I hope you just spent an amazing holiday season! I spent Christmas with my family in Portugal again for the first time in years. It was somewhat of a last-minute decision so flights were about three times as expensive. We weren’t really down for that, so we opted for a road trip instead. No worries about weight, the doggy could come with us and the best part: no fixed travel schedule.
There was laughter, tears, dining, drinking and dancing. During the holidays, I’ve spent some very special moments with my family and there was more than enough time for some sightseeing in Portugal as well. We stayed in São João da Madeira, a town about 35 kilometers away from Porto. Of course, we visited this major city but we also went to five smaller, just as beautiful cities.
Braga is one of the oldest and most religious cities in Portugal. Walking around all those ancient, (mainly) religious buildings gives you the feeling that you are going back to another era. However, Braga is also a very colorful city. Some streets even resembled pictures from Havana. I did not expect that from Braga and I consider the combination of ancient and colorful to be very interesting. What attracted me the most though is an arch called Arco da Porta Nova (literally: New Door Arch). Normally, this is your average every day arch however during the holiday season it is beautifully decorated. So obviously I had to add this one to my arch picture collection!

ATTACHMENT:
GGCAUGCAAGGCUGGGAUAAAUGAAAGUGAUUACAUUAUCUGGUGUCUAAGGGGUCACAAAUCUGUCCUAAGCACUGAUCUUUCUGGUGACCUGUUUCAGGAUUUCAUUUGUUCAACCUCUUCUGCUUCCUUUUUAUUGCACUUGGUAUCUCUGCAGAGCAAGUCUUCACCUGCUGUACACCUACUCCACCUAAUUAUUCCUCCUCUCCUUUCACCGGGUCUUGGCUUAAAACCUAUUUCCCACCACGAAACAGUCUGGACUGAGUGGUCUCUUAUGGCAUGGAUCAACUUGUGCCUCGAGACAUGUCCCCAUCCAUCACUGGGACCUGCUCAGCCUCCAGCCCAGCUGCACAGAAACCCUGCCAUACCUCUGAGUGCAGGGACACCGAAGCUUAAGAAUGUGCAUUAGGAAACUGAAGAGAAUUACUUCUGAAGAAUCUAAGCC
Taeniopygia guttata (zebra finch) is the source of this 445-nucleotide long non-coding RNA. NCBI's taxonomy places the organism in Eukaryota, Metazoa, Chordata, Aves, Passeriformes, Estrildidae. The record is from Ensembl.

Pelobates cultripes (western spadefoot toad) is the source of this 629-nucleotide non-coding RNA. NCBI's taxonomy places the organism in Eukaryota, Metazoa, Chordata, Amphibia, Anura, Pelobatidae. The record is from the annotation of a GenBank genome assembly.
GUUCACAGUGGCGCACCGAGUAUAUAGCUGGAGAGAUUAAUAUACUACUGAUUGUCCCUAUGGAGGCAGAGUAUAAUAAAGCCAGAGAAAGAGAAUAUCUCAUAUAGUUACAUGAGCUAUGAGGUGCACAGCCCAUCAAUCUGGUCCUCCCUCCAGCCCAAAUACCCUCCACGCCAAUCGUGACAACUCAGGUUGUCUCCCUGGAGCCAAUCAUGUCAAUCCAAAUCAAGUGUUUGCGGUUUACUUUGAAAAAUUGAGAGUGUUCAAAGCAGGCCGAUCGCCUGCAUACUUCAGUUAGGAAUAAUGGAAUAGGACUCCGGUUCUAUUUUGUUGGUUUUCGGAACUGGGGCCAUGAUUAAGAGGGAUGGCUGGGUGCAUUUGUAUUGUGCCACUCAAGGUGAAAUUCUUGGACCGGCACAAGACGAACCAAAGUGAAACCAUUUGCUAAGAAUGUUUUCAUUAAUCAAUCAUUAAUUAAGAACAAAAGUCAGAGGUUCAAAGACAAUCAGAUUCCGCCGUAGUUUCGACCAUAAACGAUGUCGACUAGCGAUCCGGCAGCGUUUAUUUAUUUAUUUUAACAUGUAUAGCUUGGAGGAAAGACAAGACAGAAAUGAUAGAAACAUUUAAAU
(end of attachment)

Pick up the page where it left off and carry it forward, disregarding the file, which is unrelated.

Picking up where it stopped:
What to do in Braga
It is cool to know that on Christmas Eve all the locals go outdoors to drink Moscatel wine and.. eat bananas! This tradition started about thirty years ago in local bar Bananeiro. Are you more of a sushi fan? Then you must eat at Lapa sushi! The combinations of Lapa are very special and give a unique Portuguese twist to sushi.
With a lagoon next to Aveiro, it is the only Portuguese city who has canals. It is known as the Venice of Portugal, although the locals seem to be less happy about this nickname. They prefer to be compared to Amsterdam and even built a ‘Dutch-style’ shopping mall. Personally, I don’t think you can compare Aveiro with either Venice or Amsterdam and I even believe that it does not justify the beauty of Aveiro. This city is so cute and unique in her own way! Aveiro, is full of the cutest colorful houses and it’s so much fun to walk around through all its little streets. Whatever color you are wearing, I guarantee you that you will find a wall to match and take nice pictures with!
What to do in Aveiro?
Go for a boat ride on a moliceiro, the Portuguese version of the gondola. Also try ovos moles, a local sweet made of eggs. Do you have some time left and want to see something outside the city center? Head to Infante Dom Pedro park. This park has a roman style stairs decorated with traditional azulejo. The best of both worlds!